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Last updated: Mar 27, 2010
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October 2012 launch report

On Saturday, October 27, MASA held its regular monthly launch at the sod fields near Nowthen.

Theme:  "If it's weird, fly it!" - Oddrocs and Halloween Rockets

Special Events:

OktoberFAST G motor drag race

Three fliers participated in this annual drag race - Alan Estenson with "WYIARS" on a G80-13, Neal Higgins with a LOC Norad on a G80-10, and Michael Farrell with a LOC Hi-Tech on a G61-10.  Neal and Michael both blasted off the pad on cue.  Alan's rocket spit its igniter, but flew successfully a bit later.

D Altitude Fun Contest (using AltimeterOne or AltimeterTwo)

There were five participants in this fun contest.  You could fly any single-stage rocket on any D motor with any recovery system as many times as you wanted.  Your contest standing would be determined by your highest flight of the day.  Altitude measurements were from an onboard AltimeterOne or AltimeterTwo.

The results are:

  1. Ray King, 2148 ft
  2. Blake Grover, 1372 ft
  3. Espen Fredrick, 1179 ft
  4. Al Grover, 1151 ft
  5. Neal Higgins, 878 ft

Congrats, and thanks to all who participated!

Thanks to everyone who helped set up and tear down the launch range.

Thanks to the RSO/LCO volunteers!  Neal Higgins, Aaron Sheriff, Michael Farrell, and Glen Overby.

Congratulations to Allan Grover.  He flew his Expediter (aka "Crashing Sucks") on a J350 for a successful Level 2 high power certification.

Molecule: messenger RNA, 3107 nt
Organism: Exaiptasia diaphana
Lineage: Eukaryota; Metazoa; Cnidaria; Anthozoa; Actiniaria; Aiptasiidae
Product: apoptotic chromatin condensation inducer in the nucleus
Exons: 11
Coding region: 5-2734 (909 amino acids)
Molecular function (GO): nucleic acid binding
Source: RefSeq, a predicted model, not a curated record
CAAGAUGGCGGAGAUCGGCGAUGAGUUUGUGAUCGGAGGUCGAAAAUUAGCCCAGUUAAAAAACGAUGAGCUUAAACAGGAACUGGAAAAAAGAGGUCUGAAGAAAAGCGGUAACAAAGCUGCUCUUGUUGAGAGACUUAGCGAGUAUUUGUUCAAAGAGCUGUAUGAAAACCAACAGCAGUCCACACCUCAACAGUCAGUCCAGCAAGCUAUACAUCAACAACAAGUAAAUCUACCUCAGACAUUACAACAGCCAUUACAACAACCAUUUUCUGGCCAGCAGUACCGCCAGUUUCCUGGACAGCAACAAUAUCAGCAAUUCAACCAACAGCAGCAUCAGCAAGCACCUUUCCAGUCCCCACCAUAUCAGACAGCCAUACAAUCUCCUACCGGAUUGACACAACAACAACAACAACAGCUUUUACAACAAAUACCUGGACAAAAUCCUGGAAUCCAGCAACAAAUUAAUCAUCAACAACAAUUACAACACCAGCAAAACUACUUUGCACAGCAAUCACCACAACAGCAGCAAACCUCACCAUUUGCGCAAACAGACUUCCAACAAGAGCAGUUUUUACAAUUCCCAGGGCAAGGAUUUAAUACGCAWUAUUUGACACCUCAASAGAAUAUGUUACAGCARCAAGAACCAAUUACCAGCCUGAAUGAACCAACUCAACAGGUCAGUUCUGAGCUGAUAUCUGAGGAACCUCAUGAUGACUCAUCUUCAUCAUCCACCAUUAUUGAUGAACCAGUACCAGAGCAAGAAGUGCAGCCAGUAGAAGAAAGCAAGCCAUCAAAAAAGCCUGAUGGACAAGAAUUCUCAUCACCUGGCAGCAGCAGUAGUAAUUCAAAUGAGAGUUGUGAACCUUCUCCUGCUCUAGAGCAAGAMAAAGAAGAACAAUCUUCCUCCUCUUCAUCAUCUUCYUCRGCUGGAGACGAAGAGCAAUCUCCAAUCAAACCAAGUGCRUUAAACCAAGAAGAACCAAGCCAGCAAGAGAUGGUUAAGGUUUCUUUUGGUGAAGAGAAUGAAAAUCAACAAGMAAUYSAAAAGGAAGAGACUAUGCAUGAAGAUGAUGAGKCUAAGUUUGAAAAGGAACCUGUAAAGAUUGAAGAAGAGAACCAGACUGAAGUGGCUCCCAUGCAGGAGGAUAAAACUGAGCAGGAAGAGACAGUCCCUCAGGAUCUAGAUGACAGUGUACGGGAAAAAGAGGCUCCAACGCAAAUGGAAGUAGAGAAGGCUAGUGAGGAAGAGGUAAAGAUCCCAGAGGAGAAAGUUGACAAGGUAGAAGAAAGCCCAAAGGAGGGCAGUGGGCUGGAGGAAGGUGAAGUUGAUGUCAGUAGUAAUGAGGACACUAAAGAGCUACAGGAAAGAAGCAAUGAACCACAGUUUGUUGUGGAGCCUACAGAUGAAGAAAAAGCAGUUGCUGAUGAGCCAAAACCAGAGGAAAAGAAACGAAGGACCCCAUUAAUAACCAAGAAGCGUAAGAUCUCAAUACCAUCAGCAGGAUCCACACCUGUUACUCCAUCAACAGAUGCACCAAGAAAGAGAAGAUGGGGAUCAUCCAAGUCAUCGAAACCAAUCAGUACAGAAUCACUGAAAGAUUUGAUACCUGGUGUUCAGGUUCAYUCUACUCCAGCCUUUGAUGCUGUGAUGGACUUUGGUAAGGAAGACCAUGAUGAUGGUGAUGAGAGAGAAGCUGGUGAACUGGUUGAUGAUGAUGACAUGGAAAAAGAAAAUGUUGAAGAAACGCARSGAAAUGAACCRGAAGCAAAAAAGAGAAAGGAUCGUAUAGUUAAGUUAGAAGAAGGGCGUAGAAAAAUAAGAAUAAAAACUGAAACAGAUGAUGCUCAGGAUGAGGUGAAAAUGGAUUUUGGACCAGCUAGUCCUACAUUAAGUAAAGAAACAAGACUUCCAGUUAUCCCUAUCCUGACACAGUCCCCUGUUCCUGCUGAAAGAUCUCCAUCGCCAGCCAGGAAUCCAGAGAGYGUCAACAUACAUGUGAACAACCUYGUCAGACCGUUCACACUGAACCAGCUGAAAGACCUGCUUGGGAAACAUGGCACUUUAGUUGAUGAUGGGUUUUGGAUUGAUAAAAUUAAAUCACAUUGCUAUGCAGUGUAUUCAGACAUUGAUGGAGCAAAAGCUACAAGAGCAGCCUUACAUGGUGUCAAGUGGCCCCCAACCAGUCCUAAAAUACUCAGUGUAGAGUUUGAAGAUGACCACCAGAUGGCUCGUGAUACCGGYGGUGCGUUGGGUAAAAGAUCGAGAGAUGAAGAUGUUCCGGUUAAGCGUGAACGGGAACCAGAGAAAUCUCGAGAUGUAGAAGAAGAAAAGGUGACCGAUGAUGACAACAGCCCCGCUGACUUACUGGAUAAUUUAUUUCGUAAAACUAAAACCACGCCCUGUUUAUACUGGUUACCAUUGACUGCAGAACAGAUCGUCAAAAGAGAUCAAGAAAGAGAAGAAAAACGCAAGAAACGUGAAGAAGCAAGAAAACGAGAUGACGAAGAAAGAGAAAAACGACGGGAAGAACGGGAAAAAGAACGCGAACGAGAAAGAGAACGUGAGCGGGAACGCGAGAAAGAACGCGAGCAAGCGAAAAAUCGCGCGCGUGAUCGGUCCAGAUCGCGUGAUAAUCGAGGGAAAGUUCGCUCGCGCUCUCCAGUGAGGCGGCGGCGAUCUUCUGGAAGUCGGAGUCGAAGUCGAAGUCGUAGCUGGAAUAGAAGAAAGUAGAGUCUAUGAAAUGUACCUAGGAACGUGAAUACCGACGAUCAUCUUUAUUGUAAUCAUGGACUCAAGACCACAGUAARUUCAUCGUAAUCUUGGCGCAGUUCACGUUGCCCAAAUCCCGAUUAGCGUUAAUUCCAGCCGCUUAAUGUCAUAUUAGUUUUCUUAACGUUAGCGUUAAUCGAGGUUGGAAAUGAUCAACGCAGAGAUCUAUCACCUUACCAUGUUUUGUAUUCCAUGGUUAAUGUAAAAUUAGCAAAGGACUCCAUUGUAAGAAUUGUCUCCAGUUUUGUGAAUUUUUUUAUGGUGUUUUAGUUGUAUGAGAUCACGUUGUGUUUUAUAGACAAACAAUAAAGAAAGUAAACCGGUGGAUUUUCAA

Commiserations to Kris Fredrick.  He flew his "Purple Cow" on a J285 for a Level 2 high power certification attempt.  Unfortunately, the rocket performed a core sample.  :-(

Commiserations to Glen Overby.  He flew his IQSY Tomahawk on a J350 for a Level 2 high power certification attempt.  Unfortunately, the rocket performed a core sample.  :-(

And commiserations to Ron Wirth.  He flew his PML Ariel on a H170 for a Level 1 high power certification attempt.  Unfortunately, the rocket suffered a separation.  :-(

MASA members - please send in your thoughts about the launch! 

Jeff Taylor writes:

Well..... That was interesting.

It seemed like a day of failures with many core samples, CATO's, shattered Quantum tubes....

I had my first high power CATO when an H210 Redline in my LOC IV decided to have an aft seal failure. The motor lit and at about 30 feet up a secondary flame had started spraying out next to the motor. Then the body tubes started to separate at the joint. At maybe 50 feet up the motor cut off. As the rocket started dropping the motor sporadically spit out chuffs of red flame, which continued after touch down. The lower half of the rocket was burned, the aft closure was damaged, and the casing had a large hole burned through it.

That was my only flight of the day.

Michael Farrell writes:

It certainly was an entertaining day - core samples, CATO's, separations, a great I-powered pumpkin (Igor was a no-show), and a field-built salvage scratch rocket glider flight.